A drone flies nearby a building during a demonstration in San Francisco on Oct. 30, 2015. Credit: Kyle Maack
Drone pilots will have a little more insight into the world around them and get safety alerts through to a free smartphone app launched on Thursday called Hivemapper.
The app is designed to supplement the video feed coming from the drone's camera by adding a layer of data about buildings, locations of drone launch sites, no-fly zones and user-contributed waypoints that mark interesting or scenic places to fly.
At the heart of Hivemapper is the building database that the company says contains information on 20 million structures across the U.S. including their shape and height. When combined with GPS and flight data from a drone, the app is able to figure out what buildings are in the vicinity and overlay that data on the video coming from the drone.
"When you're flying, we have a heads-up display and we annotate all of the interesting places," said Ariel Seidman, CEO of Hivemapper, in an interview.
Because it knows the dimensions of buildings and the drone's location, it also provides collision alerts if the drone gets too close.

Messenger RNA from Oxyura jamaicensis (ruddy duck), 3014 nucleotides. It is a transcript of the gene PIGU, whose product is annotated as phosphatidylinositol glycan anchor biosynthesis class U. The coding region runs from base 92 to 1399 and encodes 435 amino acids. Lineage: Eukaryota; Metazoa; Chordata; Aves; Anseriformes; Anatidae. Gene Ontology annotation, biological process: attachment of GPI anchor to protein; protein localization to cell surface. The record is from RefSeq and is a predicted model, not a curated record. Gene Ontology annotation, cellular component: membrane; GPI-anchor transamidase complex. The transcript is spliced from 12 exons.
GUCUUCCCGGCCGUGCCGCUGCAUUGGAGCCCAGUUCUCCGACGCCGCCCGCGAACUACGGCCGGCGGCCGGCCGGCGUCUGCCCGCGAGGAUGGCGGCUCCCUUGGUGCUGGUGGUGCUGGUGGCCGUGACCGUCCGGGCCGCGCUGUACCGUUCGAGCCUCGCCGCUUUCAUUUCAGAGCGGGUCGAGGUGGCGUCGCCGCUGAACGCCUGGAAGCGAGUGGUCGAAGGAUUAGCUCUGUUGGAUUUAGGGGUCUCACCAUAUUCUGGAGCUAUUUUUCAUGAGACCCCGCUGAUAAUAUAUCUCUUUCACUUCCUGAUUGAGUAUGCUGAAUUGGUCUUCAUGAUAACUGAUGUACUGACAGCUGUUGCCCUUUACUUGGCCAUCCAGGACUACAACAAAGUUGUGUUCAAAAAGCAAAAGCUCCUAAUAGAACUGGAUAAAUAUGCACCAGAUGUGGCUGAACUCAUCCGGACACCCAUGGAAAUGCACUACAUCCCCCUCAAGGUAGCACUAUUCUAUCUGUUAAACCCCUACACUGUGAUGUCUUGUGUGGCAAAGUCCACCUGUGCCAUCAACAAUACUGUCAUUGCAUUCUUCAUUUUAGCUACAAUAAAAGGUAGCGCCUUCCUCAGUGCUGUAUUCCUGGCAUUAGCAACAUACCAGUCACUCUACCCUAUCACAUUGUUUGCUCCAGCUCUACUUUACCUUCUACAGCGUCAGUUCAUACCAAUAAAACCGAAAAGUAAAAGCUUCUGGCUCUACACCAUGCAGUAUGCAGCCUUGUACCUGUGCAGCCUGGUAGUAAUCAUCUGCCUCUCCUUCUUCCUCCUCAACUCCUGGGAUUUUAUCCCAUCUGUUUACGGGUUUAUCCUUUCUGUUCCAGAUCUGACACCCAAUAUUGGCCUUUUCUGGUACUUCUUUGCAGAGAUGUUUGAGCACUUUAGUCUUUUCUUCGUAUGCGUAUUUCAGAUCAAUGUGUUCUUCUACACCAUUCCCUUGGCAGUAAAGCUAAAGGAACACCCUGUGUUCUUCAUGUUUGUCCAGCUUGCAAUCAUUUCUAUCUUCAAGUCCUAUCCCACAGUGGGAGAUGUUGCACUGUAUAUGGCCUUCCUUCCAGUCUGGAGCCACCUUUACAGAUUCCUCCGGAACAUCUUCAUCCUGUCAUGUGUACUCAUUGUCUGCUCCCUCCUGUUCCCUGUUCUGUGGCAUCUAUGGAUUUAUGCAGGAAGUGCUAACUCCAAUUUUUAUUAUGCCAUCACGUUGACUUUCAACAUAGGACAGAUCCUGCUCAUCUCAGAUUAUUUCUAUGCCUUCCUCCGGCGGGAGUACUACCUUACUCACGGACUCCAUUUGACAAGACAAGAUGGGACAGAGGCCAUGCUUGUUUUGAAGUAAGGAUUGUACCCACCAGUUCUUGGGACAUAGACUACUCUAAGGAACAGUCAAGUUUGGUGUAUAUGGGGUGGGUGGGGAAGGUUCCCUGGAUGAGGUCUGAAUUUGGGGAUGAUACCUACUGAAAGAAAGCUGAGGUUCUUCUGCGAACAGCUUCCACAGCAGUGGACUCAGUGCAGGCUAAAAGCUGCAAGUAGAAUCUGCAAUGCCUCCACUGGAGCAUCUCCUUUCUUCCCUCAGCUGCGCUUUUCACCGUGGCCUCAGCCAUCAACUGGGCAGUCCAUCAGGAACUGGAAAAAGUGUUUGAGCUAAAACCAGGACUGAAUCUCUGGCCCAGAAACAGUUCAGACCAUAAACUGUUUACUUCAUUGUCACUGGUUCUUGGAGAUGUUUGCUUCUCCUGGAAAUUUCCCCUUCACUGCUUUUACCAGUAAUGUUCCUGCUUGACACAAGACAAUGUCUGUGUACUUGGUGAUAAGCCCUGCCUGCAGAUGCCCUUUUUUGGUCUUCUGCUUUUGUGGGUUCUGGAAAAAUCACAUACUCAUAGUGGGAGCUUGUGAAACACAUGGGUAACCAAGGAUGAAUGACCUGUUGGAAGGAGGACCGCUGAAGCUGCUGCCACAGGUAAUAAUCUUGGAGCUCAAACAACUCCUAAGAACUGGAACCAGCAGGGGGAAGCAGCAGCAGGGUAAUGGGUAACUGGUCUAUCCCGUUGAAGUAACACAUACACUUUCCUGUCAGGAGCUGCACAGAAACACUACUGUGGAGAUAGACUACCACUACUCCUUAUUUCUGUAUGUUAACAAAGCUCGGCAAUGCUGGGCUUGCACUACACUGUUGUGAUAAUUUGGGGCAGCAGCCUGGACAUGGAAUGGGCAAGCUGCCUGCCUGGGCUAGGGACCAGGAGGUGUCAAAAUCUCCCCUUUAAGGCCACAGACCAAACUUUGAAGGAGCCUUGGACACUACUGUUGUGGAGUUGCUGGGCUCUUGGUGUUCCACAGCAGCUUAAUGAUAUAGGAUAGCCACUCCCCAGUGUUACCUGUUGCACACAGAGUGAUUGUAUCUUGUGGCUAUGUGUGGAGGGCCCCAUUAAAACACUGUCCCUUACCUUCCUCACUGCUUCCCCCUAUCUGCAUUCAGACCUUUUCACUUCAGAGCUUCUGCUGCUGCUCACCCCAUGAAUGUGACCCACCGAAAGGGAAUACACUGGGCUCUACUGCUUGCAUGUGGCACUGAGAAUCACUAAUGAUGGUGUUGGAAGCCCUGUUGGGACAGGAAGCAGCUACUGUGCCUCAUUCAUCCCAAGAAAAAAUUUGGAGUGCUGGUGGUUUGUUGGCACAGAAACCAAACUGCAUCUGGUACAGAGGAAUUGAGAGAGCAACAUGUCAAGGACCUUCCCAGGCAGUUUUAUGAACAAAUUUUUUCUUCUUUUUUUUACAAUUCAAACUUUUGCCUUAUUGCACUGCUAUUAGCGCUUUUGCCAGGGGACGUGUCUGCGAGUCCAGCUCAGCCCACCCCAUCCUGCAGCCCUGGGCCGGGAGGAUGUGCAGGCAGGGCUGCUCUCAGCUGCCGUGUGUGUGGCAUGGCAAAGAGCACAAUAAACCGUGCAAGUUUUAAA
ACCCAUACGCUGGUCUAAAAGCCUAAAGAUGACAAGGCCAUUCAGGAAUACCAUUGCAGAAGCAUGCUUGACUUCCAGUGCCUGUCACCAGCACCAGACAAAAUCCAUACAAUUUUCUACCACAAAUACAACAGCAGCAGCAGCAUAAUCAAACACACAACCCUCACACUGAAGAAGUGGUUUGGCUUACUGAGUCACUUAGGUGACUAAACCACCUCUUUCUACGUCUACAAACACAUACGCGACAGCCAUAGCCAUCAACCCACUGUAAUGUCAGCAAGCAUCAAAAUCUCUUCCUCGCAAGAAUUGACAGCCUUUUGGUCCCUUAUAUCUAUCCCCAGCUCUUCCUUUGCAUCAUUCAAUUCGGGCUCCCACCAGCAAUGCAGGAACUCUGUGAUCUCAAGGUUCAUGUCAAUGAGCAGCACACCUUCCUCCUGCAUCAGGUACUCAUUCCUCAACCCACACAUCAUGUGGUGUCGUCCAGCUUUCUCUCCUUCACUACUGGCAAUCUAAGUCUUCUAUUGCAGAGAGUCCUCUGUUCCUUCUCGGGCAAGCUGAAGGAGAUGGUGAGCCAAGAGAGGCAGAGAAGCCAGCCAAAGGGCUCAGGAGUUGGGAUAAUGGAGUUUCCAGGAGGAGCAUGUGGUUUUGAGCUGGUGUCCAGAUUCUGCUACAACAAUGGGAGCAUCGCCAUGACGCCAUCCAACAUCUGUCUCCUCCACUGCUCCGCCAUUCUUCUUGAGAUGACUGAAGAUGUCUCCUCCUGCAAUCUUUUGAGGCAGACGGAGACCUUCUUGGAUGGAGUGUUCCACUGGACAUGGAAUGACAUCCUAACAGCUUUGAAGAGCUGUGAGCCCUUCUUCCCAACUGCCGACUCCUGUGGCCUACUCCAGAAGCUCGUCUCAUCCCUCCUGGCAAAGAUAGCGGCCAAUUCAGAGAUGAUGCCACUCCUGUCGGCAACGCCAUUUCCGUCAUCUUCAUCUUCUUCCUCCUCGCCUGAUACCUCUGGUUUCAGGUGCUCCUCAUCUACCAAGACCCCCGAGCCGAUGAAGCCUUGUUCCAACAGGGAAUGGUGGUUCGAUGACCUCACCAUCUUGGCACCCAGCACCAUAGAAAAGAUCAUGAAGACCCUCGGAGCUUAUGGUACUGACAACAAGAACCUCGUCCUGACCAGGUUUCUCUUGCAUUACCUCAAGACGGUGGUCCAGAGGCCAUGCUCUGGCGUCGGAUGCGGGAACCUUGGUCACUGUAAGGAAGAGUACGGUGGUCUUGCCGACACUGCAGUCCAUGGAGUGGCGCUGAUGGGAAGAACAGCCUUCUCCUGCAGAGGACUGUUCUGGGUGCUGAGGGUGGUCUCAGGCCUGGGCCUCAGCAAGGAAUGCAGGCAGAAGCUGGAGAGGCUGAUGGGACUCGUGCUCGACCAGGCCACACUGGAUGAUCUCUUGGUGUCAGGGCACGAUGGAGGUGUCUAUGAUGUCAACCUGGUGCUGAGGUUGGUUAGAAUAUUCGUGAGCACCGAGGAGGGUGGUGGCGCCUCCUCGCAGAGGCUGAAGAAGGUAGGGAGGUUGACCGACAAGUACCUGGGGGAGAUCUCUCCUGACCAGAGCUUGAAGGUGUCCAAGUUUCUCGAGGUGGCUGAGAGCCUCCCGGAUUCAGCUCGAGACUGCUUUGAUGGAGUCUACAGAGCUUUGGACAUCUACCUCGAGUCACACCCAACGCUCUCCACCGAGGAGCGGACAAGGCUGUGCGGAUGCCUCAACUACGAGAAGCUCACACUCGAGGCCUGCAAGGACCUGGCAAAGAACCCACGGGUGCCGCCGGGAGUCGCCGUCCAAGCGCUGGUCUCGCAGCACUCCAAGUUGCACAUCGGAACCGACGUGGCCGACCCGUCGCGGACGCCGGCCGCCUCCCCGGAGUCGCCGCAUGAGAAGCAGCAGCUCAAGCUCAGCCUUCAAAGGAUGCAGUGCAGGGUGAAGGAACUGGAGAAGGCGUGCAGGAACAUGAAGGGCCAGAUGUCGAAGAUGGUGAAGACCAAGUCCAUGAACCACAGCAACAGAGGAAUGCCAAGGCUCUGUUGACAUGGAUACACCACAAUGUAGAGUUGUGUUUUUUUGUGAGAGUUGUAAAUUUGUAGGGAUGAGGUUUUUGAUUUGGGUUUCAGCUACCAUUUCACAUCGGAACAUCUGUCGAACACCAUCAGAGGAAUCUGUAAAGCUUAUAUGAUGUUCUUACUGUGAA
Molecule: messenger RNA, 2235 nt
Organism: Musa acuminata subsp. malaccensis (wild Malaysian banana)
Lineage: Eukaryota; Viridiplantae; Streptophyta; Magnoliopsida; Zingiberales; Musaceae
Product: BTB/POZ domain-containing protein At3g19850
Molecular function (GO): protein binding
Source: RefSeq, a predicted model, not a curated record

During a demonstration in San Francisco, alerts popped up on the app when the drone got within 10 meters of the top of an apartment building. That was useful because as seen from the perspective of the ground, the drone didn't appear to be above the building at all.
"We'll throw up an alert and tell you 'you need to be really careful now'," said Seidman.
The app also contains data on no-fly zones. These are areas, typically around airports, where law prohibits or restricts drone flight. Pilots will get a warning, but the app isn't capable of stopping flight. That can only be done by the drone's maker, said Seidman. For example,
A big part of Hivemapper is community involvement and the app allows users to contribute launch points, which are places suitable to launch drones, as well as waypoints -- places that provide great or interesting views.
Right now the roughly 5,000 waypoints are concentrated on the San Francisco Bay Area where the software was written and tested, but that should expand once the software is used by more people.
The Hivemapper app warns a drone pilot of a nearby building roof during a demonstration in San Francisco on Oct. 30, 2015. Credit: Kyle Maack
There's also a logging tool that allows users to submit information that might not be in the app or could be incorrect. For example, if drone pilots are asked to stop flying by law enforcement or harassed by anyone, these incidents can be logged.
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